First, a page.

CannTrust Holdings Inc.’s licences to produce and sell recreational and medical cannabis in Canada were suspended by federal regulators on Tuesday, the latest blow to the beleaguered pot firm after an inspection uncovered that it grew thousands of kilograms of marijuana in unlicensed rooms.

CannTrust said in a statement that it received notice from Health Canada earlier Tuesday morning that it won’t be able to sell and produce cannabis, other than cultivating and harvesting existing plants.

“While the suspension remains in effect, CannTrust will be permitted to cultivate and harvest existing lots or batches previously propagated, as well as conducting ancillary activities to those lots, including drying, trimming and milling. During the suspension, CannTrust may not propagate new lots or batches of cannabis or engage in the sale or distribution of cannabis,” the company said in a statement.

CannTrust added the notice from Health Canada states the regulator could reinstate its licences “if the reasons for the suspension no longer exist or if CannTrust demonstrates that the suspension was unfounded.” The Vaughan, Ont.-based company said its management and board are reviewing the notice with its counsel and other advisors.

CannTrust said federal regulators listed several measures that the firm could implement, which would address the various public health and safety risks that contributed to Health Canada’s partial suspension.

Those measures include controlling the cannabis that comes in and out of the company’s facilities, ensuring that marijuana will be produced and distributed in authorized areas, recovering pot that was grown in unauthorized areas, improving employees’ knowledge and compliance with the law, and developing better record-keeping and inventory tracking.

In a separate statement sent to BNN Bloomberg, CannTrust said the company’s remediation efforts are underway and “significant progress has been made” in its operations to comply with Health Canada’s regulations.

“CannTrust’s paramount and urgent priority is to satisfy regulators that the company meets or exceeds all regulatory requirements so that the reasons for suspension no longer exist, we are in a position to resume operations and to regain the trust and confidence of our shareholders, patients, customers and partners,” said Robert Marcovitch, the company’s interim CEO, in an emailed statement.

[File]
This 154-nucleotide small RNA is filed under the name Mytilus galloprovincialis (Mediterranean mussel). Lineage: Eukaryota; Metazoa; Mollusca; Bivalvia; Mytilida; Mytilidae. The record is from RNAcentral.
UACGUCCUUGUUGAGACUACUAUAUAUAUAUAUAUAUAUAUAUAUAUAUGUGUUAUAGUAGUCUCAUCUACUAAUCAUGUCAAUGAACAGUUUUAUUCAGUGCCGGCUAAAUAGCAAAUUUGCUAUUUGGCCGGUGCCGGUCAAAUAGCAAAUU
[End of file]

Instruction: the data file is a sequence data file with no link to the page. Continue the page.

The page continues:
CannTrust has been in a state of turmoil since July 8 when it revealed it had breached Canadian regulations by growing marijuana in unlicensed areas of its Pelham, Ont.-based facility.

As a result of that infraction, Health Canada seized nearly 5,200 kilograms of dried cannabis and the company instituted a voluntary hold on approximately 7,500 kg at another facility.

The pot firm has also fired CEO Peter Aceto with cause, demanded the resignation of chairman Eric Paul and formed a special committee tasked with probing the regulatory scandal. CannTrust also hired Greenhill & Co. as a financial advisor to explore a sale of the company, strategic investment or a business combination.

In August, CannTrust said Health Canada found that its Vaughan manufacturing facility was non-compliant as well. CannTrust also disclosed last month that the Ontario Securities Commission’s Joint Serious Offences Team had opened an investigation into “matters and parties” related to the company.

Earlier this month, BNN Bloomberg reported that some CannTrust staff late last year brought cannabis seeds from the black market into production rooms, leading to some illicitly-grown pot flowing into the legal market. 

CannTrust now joins a handful of Canadian cannabis producers which have had their ability to grow and sell legal cannabis suspended by Health Canada, the federal regulator in charge of enforcing and licensing pot in the country.

Last week, British Columbia-based Evergreen Medicinal Supply Inc.’s licence was suspended due to issues relating to its production practices, record-keeping, inventory control, and adherence to licence controls. In February, Bonify Holdings Corp.’s licences were suspended after the company was found to be selling marijuana it obtained from illicit sources.

With assistance from Polina Lake

Cannabis Canada is BNN Bloomberg’s in-depth series exploring the stunning formation of the entirely new – and controversial – Canadian recreational marijuana industry. Read more from the special series here and subscribe to our Cannabis Canada newsletter to have the latest marijuana news delivered directly to your inbox every day.

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